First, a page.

Tennis star Naomi Osaka shows us that the sports media must change


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Let's talk, in fact.Let’s talk, in fact. Image: Getty Images

You cannot ask the media to speak about a story that involves the media.

This is the lesson after Naomi Osaka withdrawn from the French Open after being threatened with expulsion from the tournament because of her media boycott. The turmoil around it is generated by those who think they are falling short. Did fans ever think they’d be missing out if Osaka didn’t do post-game press work? A gloomy suggestion at best.

Every argument against Osaka, oddly enough, benefits the press. And it just seems to be the media whining that their jobs are changing. There’s the idea out there that if Osaka is to speak out against the issues that really matter to her – as she did at the US Open last year on police brutality and systematic racism – it has to pay the tribute of daily questioning to earn. But she doesn’t. She proved that yesterday by clearly explaining her situation on her social media, which she can use whenever she wants.

And every athlete can do that. Sure, it will be the message they want out there, conveyed as they see fit. But how far are we from when the PR and HR PR folks on the teams run everything like they do now? At best a stone’s throw.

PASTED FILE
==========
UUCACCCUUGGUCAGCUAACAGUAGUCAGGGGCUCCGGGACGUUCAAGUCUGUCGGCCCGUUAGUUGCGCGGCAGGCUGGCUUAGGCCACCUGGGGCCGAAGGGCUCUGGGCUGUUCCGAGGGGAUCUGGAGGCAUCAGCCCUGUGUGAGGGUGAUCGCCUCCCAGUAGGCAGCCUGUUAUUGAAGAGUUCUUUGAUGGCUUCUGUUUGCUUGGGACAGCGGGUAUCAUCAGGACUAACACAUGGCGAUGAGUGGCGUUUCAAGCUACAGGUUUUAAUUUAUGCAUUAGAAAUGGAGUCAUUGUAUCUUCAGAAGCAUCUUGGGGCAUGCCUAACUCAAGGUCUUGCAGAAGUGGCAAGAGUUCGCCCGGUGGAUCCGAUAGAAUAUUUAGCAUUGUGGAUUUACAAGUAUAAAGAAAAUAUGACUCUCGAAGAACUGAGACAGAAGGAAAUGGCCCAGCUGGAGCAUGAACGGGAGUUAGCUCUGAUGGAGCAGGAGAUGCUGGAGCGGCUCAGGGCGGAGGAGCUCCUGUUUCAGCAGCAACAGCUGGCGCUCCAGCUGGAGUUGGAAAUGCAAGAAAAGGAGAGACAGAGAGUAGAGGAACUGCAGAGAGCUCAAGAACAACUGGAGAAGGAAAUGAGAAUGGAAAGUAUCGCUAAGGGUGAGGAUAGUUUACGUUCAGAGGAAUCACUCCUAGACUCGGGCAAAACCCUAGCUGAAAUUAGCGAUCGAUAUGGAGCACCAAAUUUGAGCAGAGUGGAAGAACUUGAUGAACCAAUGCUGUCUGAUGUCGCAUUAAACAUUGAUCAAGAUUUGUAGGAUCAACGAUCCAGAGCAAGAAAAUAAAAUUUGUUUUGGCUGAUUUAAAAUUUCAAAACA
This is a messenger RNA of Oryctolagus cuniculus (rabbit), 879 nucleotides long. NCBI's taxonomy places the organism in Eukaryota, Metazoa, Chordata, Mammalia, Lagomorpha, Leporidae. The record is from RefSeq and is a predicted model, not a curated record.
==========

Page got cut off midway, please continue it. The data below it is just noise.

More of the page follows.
We heard all of this last year when the media whined that cutting back to Zoom press conferences could become the norm thanks to the pandemic, or that locker room access would be banned forever. And that would irreparably damage the permanent cover. Only journalists in Europe have always worked with this condition, and there is no shortage of in-depth behind-the-scenes stories if you want them to be. Do you also feel that what you read about your favorite team is completely different? So who is really the victim in all of this?

There was an urge to highlight all the players who have resigned themselves to media obligations in the past, but we have no idea how much toll that has taken. They had neither the access nor the freedom to speak openly about their problems, as is the case in Osaka now. There could have been dozens who thought the same way but didn’t feel they had the power to say anything. What did it cost you?

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It feels like it comes from a profession that needs to change shape, and those within that profession are just stubborn to admit it.

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